DECEMBER 2, 2015
After a retrial spanning 11 months, the Taganrog City Court convicted 16 of Jehovah’s Witnesses on criminal charges for organizing and attending peaceful religious meetings. The court based its decision on a criminal law that punishes individuals who organize and participate in extremist activity. This prosecution was possible because of the regional court’s earlier misapplication, in 2009, of Russia’s legislation on extremism. *
On November 30, 2015, Judge A. V. Vasyutchenko sentenced four of the Witnesses to over five years in prison for organizing religious services and fined each of them 100,000 rubles ($1,511 U.S.). The judge fined the other 12 defendants from 20,000 to 70,000 rubles ($300 to $1,050 U.S.) each. However, the judge immediately suspended the sentences and waived the fines. It is not yet clear how these suspended sentences will affect those convicted. Nonetheless, the ruling criminalizes the defendants.
Faced With a Difficult Choice
Over 800 Witnesses living in Taganrog are concerned about the consequences for meeting together peacefully to discuss the Bible and pray. All of the defendants clearly testified during the trial that they will continue to worship as Jehovah’s Witnesses. Now, the verdict against them may put their resolve to the test. “The court effectively told us, ‘Renounce your faith or face punishment as repeat offenders,’” said Aleksandr Skvortsov, one of those convicted.
Witnesses elsewhere in Russia are apprehensive after the Taganrog verdict. Following the pattern in Taganrog, authorities in Samara and Abinsk have misapplied the Law on Counteracting Extremist Activity to the Witnesses’ peaceful worship and have liquidated the local Witnesses’ legal entities. As long as Russian officials employ this strategy, Jehovah’s Witnesses expect challenges to their freedom of worship in Russia to continue.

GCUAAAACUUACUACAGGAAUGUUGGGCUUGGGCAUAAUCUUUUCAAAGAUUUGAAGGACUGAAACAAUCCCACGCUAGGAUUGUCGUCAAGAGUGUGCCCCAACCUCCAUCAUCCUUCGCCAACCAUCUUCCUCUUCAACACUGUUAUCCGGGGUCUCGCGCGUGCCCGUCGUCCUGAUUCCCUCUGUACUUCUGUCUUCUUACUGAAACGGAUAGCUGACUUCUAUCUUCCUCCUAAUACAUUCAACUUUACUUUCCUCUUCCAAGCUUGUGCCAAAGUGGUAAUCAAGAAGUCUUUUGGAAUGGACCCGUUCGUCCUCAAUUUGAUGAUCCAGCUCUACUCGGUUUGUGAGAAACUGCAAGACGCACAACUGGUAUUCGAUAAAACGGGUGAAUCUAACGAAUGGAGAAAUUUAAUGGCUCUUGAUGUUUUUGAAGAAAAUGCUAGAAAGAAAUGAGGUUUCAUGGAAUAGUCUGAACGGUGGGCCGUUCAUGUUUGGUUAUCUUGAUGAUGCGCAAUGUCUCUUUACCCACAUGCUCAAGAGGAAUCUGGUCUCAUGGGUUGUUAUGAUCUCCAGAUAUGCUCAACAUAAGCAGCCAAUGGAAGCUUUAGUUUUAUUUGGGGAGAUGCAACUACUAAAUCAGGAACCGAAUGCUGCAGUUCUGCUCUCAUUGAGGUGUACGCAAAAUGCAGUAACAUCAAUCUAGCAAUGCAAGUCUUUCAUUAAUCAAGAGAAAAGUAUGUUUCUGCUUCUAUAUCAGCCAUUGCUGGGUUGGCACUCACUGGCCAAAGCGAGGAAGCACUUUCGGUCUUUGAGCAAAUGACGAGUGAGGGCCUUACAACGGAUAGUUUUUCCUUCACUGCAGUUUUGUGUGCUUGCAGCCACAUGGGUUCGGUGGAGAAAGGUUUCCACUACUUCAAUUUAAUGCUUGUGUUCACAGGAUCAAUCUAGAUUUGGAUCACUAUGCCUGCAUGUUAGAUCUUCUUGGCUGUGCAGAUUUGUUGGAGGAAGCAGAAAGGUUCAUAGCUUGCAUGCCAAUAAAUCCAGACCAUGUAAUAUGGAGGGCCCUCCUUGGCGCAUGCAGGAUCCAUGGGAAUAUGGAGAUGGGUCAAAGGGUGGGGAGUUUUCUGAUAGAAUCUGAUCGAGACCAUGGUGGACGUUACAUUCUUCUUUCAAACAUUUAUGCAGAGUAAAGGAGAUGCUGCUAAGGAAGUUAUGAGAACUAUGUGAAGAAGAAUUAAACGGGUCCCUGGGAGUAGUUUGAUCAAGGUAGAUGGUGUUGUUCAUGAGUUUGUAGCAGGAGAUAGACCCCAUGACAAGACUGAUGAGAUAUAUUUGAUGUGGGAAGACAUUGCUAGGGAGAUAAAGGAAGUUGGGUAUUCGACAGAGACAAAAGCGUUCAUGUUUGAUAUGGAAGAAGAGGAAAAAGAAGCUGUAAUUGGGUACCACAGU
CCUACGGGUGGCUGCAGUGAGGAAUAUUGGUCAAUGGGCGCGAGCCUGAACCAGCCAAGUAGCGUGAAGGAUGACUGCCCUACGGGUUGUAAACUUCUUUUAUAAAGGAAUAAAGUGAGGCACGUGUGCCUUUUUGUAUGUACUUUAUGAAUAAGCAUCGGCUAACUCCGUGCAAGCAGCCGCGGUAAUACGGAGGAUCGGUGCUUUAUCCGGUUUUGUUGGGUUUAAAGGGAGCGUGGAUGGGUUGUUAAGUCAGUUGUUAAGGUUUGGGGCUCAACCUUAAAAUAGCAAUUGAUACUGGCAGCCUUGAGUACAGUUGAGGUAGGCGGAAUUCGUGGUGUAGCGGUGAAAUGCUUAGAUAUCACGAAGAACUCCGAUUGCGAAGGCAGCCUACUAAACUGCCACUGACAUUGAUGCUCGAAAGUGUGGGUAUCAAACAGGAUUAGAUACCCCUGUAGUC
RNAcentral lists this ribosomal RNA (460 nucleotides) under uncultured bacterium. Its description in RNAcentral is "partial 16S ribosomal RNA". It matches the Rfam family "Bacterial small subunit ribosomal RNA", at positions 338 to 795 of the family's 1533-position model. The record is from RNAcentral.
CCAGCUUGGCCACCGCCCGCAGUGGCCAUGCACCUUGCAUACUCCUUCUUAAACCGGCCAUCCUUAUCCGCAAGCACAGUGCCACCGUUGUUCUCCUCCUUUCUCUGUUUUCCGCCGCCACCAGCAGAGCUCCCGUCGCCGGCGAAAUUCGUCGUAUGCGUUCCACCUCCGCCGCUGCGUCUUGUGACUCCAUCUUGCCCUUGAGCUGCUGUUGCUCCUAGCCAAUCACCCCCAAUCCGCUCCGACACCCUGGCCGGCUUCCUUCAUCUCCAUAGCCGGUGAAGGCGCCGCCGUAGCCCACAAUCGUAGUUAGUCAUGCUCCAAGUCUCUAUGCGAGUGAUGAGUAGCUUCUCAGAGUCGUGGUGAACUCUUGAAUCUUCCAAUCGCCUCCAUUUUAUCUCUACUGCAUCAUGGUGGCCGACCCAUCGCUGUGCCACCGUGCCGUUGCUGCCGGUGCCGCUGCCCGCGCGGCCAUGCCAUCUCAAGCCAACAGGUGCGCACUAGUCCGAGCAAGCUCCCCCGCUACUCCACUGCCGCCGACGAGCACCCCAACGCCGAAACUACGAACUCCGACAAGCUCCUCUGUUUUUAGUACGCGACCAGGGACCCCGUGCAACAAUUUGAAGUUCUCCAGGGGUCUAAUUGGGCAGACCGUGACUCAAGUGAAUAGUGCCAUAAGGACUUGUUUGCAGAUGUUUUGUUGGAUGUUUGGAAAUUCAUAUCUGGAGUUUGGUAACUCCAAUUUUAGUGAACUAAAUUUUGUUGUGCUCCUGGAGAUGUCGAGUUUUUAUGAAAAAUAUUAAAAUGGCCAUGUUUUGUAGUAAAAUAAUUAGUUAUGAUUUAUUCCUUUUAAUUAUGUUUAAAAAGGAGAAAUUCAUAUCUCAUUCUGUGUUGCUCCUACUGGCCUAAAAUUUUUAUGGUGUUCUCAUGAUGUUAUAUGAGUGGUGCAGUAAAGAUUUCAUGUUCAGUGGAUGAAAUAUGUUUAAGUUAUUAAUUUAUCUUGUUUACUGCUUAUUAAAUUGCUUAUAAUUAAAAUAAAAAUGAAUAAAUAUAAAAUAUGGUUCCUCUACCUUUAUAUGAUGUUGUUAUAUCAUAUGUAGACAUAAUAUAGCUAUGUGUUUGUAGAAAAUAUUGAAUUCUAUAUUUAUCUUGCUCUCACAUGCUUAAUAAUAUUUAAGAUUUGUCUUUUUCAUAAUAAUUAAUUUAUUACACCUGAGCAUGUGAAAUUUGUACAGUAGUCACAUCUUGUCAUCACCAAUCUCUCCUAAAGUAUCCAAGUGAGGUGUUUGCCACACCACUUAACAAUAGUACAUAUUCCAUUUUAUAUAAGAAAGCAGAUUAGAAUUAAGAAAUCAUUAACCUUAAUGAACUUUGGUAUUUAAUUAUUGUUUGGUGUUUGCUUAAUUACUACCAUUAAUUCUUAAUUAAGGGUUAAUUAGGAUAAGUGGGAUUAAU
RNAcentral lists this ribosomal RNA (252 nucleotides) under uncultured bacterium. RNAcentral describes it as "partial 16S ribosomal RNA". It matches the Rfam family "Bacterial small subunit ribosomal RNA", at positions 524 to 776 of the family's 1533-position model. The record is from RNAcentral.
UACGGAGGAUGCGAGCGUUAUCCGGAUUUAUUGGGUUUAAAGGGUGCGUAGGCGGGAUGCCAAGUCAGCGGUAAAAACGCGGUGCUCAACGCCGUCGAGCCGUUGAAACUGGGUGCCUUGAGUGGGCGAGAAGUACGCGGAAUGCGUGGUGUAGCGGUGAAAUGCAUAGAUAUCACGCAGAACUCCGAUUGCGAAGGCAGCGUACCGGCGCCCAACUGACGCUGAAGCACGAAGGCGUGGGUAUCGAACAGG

The Battle for Religious Freedom Continues
This decision reflects the ever greater pressure that Russian authorities are exerting to suppress the religion of Jehovah’s Witnesses. In the past year, Russian officials have declared two local legal entities of the Witnesses to be extremist. Since March 2015, authorities have refused to allow the Witnesses to import any religious literature—even Bibles. In July, Russia earned the dubious distinction of being the only country in the world to ban the official website of Jehovah’s Witnesses, jw.org. The Witnesses are contesting these negative decisions in domestic courts and have submitted 28 applications to the European Court of Human Rights, seeking remedy for human rights violations in Russia.
The 16 Witnesses in Taganrog will appeal this decision, starting yet another chapter in their long legal battle. “They have been on trial for over two and a half years,” notes Yaroslav Sivulskiy, a representative from the Administrative Center of Jehovah’s Witnesses in Russia. “It’s unfortunate that they will find themselves in court yet again, simply trying to defend their basic right to freedom of religion as guaranteed by the constitution.”
Jehovah’s Witnesses are not extremists. Their religious services are devoted to teaching love of God and love of neighbor. Witnesses in Taganrog discuss the same material at their weekly meetings as do their fellow believers worldwide. Despite more than 1,700 documented cases of abuse by Russian authorities, Jehovah’s Witnesses have not retaliated with a single act of civil disobedience.
Jehovah’s Witnesses hope that Russian authorities will recognize the peaceful nature of the Witnesses’ religious activity and stop prosecuting them in Taganrog and elsewhere. The authorities should extend to Jehovah’s Witnesses the same fundamental right to religious freedom that they accord other well-established, recognized religions.
Retrial Time Line *
January 22, 2015
Retrial of the 16 Witnesses begins in the Taganrog City Court.
The judge postpones hearings, delaying the decision until autumn.
November 13, 2015
Judge adjourns the court to deliberate.
November 30, 2015
The Taganrog City Court convicts all 16 Witnesses. All are fined, and four are sentenced to over five years in prison. The judge suspends the sentences.
^ par. 12 For a time line of events in the initial trial, see “Decision in Retrial Postponed for 16 of Jehovah’s Witnesses in Taganrog.”